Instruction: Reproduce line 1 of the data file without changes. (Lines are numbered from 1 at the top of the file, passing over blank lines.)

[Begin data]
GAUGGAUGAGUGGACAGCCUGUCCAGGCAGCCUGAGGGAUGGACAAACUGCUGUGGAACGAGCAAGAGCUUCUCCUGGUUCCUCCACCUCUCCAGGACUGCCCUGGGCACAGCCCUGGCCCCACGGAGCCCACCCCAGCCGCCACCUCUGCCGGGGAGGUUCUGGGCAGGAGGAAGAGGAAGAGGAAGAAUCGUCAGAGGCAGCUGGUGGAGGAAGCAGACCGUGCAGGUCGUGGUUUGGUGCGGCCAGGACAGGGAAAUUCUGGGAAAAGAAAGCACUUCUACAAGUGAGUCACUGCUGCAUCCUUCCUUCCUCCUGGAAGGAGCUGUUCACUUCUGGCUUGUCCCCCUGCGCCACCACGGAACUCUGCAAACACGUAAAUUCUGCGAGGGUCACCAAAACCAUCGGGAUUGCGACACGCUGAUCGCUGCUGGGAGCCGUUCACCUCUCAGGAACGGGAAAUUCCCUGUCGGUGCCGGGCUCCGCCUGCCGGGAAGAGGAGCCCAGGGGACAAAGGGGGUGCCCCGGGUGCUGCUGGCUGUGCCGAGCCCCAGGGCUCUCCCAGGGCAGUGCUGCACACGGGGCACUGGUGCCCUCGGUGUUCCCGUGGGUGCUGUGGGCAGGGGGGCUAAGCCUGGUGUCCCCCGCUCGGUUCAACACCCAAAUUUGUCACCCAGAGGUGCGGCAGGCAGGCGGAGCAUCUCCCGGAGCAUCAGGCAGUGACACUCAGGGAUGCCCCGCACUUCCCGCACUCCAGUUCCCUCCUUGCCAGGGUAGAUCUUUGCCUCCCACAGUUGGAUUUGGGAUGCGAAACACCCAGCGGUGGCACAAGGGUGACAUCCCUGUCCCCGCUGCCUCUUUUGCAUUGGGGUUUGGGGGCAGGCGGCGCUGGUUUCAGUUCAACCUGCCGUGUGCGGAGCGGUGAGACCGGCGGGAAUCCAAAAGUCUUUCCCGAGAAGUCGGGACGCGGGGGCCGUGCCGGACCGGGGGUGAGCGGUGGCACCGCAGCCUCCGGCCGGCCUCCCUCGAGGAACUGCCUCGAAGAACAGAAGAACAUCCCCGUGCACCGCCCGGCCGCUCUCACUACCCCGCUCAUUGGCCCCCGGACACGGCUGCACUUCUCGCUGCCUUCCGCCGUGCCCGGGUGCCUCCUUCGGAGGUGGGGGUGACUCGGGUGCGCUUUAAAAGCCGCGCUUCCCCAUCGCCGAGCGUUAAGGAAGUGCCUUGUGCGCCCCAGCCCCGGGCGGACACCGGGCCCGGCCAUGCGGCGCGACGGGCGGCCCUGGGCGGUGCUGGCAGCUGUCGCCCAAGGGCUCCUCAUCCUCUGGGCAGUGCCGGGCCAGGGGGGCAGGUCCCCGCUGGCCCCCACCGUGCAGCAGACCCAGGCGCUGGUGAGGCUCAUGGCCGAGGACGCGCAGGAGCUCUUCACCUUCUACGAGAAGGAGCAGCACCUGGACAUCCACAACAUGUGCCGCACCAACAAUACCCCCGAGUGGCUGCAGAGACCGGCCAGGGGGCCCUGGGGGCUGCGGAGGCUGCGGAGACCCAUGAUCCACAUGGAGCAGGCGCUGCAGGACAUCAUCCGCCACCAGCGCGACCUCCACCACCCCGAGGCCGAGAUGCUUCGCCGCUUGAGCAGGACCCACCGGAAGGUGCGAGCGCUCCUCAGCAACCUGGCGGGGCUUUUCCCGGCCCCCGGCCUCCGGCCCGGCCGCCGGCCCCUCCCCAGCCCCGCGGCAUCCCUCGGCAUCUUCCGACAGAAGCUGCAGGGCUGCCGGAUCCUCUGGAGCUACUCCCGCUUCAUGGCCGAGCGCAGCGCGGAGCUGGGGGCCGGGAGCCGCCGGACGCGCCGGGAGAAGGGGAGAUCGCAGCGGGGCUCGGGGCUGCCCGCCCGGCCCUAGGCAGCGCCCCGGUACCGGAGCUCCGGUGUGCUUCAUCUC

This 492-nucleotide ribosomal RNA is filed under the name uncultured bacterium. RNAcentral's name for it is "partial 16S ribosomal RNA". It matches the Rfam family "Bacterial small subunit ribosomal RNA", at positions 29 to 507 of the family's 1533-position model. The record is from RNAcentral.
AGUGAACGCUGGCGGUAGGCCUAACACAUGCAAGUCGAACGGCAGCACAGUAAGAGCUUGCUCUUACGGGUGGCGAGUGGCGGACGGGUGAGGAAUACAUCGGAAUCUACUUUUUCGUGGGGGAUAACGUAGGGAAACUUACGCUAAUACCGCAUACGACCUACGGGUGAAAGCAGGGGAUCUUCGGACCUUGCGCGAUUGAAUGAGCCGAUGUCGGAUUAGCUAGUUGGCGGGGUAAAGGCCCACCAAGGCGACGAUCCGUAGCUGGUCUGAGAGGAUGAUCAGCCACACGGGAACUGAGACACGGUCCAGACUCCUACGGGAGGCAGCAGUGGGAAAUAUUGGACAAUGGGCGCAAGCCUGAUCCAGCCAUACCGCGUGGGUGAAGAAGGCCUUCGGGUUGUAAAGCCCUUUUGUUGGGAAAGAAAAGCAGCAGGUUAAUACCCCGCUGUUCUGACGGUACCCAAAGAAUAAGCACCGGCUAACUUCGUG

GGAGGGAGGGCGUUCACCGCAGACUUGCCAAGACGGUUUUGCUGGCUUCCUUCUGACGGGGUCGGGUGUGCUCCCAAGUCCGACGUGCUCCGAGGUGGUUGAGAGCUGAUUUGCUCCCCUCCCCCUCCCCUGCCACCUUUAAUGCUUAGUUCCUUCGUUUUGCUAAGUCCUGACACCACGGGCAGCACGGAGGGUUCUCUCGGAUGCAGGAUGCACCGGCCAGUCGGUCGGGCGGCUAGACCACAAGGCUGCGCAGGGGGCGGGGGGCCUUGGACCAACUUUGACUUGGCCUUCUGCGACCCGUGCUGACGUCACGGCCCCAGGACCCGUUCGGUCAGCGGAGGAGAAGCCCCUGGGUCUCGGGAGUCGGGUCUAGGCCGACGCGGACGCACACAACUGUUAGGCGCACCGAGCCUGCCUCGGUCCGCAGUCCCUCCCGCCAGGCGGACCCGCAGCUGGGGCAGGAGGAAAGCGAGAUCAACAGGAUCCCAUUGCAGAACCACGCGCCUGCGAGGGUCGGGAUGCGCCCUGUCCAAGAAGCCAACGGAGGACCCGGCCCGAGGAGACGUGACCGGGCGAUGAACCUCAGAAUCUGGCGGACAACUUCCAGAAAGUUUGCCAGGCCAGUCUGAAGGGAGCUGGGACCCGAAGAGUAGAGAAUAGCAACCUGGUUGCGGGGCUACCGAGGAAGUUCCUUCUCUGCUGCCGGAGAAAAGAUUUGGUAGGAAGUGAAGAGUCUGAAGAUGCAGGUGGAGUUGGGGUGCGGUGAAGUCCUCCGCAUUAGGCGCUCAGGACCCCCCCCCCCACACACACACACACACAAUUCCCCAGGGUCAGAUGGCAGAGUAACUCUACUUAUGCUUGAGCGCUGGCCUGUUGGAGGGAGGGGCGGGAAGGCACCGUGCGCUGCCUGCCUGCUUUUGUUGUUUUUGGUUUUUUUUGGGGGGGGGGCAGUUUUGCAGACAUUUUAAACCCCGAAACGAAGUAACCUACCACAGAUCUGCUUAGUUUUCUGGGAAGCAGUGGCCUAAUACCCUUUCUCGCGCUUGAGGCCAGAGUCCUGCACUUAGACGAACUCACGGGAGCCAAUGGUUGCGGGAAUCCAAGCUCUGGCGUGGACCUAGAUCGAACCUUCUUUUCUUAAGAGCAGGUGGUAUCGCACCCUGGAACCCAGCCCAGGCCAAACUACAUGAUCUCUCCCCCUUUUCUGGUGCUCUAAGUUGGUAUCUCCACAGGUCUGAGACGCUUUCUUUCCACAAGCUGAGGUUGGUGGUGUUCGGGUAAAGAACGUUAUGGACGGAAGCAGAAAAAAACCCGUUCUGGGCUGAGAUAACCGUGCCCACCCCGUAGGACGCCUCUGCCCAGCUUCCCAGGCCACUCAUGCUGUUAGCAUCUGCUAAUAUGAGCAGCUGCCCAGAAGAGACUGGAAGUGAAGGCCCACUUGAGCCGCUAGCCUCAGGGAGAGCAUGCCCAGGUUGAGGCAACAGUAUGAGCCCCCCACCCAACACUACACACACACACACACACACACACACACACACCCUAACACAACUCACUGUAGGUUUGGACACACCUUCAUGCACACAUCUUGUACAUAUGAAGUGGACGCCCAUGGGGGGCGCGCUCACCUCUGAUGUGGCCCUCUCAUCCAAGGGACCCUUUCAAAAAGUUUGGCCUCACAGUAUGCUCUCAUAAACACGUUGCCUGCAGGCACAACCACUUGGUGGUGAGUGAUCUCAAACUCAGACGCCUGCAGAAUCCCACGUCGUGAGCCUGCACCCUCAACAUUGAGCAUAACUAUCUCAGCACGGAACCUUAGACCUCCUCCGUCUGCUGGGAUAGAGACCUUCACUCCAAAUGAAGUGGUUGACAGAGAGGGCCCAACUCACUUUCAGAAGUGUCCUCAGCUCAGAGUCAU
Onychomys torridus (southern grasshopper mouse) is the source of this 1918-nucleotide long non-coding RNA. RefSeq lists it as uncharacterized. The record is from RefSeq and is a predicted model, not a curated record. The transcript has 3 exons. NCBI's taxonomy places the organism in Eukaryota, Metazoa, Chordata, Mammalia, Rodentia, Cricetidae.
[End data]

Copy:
GAUGGAUGAGUGGACAGCCUGUCCAGGCAGCCUGAGGGAUGGACAAACUGCUGUGGAACGAGCAAGAGCUUCUCCUGGUUCCUCCACCUCUCCAGGACUGCCCUGGGCACAGCCCUGGCCCCACGGAGCCCACCCCAGCCGCCACCUCUGCCGGGGAGGUUCUGGGCAGGAGGAAGAGGAAGAGGAAGAAUCGUCAGAGGCAGCUGGUGGAGGAAGCAGACCGUGCAGGUCGUGGUUUGGUGCGGCCAGGACAGGGAAAUUCUGGGAAAAGAAAGCACUUCUACAAGUGAGUCACUGCUGCAUCCUUCCUUCCUCCUGGAAGGAGCUGUUCACUUCUGGCUUGUCCCCCUGCGCCACCACGGAACUCUGCAAACACGUAAAUUCUGCGAGGGUCACCAAAACCAUCGGGAUUGCGACACGCUGAUCGCUGCUGGGAGCCGUUCACCUCUCAGGAACGGGAAAUUCCCUGUCGGUGCCGGGCUCCGCCUGCCGGGAAGAGGAGCCCAGGGGACAAAGGGGGUGCCCCGGGUGCUGCUGGCUGUGCCGAGCCCCAGGGCUCUCCCAGGGCAGUGCUGCACACGGGGCACUGGUGCCCUCGGUGUUCCCGUGGGUGCUGUGGGCAGGGGGGCUAAGCCUGGUGUCCCCCGCUCGGUUCAACACCCAAAUUUGUCACCCAGAGGUGCGGCAGGCAGGCGGAGCAUCUCCCGGAGCAUCAGGCAGUGACACUCAGGGAUGCCCCGCACUUCCCGCACUCCAGUUCCCUCCUUGCCAGGGUAGAUCUUUGCCUCCCACAGUUGGAUUUGGGAUGCGAAACACCCAGCGGUGGCACAAGGGUGACAUCCCUGUCCCCGCUGCCUCUUUUGCAUUGGGGUUUGGGGGCAGGCGGCGCUGGUUUCAGUUCAACCUGCCGUGUGCGGAGCGGUGAGACCGGCGGGAAUCCAAAAGUCUUUCCCGAGAAGUCGGGACGCGGGGGCCGUGCCGGACCGGGGGUGAGCGGUGGCACCGCAGCCUCCGGCCGGCCUCCCUCGAGGAACUGCCUCGAAGAACAGAAGAACAUCCCCGUGCACCGCCCGGCCGCUCUCACUACCCCGCUCAUUGGCCCCCGGACACGGCUGCACUUCUCGCUGCCUUCCGCCGUGCCCGGGUGCCUCCUUCGGAGGUGGGGGUGACUCGGGUGCGCUUUAAAAGCCGCGCUUCCCCAUCGCCGAGCGUUAAGGAAGUGCCUUGUGCGCCCCAGCCCCGGGCGGACACCGGGCCCGGCCAUGCGGCGCGACGGGCGGCCCUGGGCGGUGCUGGCAGCUGUCGCCCAAGGGCUCCUCAUCCUCUGGGCAGUGCCGGGCCAGGGGGGCAGGUCCCCGCUGGCCCCCACCGUGCAGCAGACCCAGGCGCUGGUGAGGCUCAUGGCCGAGGACGCGCAGGAGCUCUUCACCUUCUACGAGAAGGAGCAGCACCUGGACAUCCACAACAUGUGCCGCACCAACAAUACCCCCGAGUGGCUGCAGAGACCGGCCAGGGGGCCCUGGGGGCUGCGGAGGCUGCGGAGACCCAUGAUCCACAUGGAGCAGGCGCUGCAGGACAUCAUCCGCCACCAGCGCGACCUCCACCACCCCGAGGCCGAGAUGCUUCGCCGCUUGAGCAGGACCCACCGGAAGGUGCGAGCGCUCCUCAGCAACCUGGCGGGGCUUUUCCCGGCCCCCGGCCUCCGGCCCGGCCGCCGGCCCCUCCCCAGCCCCGCGGCAUCCCUCGGCAUCUUCCGACAGAAGCUGCAGGGCUGCCGGAUCCUCUGGAGCUACUCCCGCUUCAUGGCCGAGCGCAGCGCGGAGCUGGGGGCCGGGAGCCGCCGGACGCGCCGGGAGAAGGGGAGAUCGCAGCGGGGCUCGGGGCUGCCCGCCCGGCCCUAGGCAGCGCCCCGGUACCGGAGCUCCGGUGUGCUUCAUCUC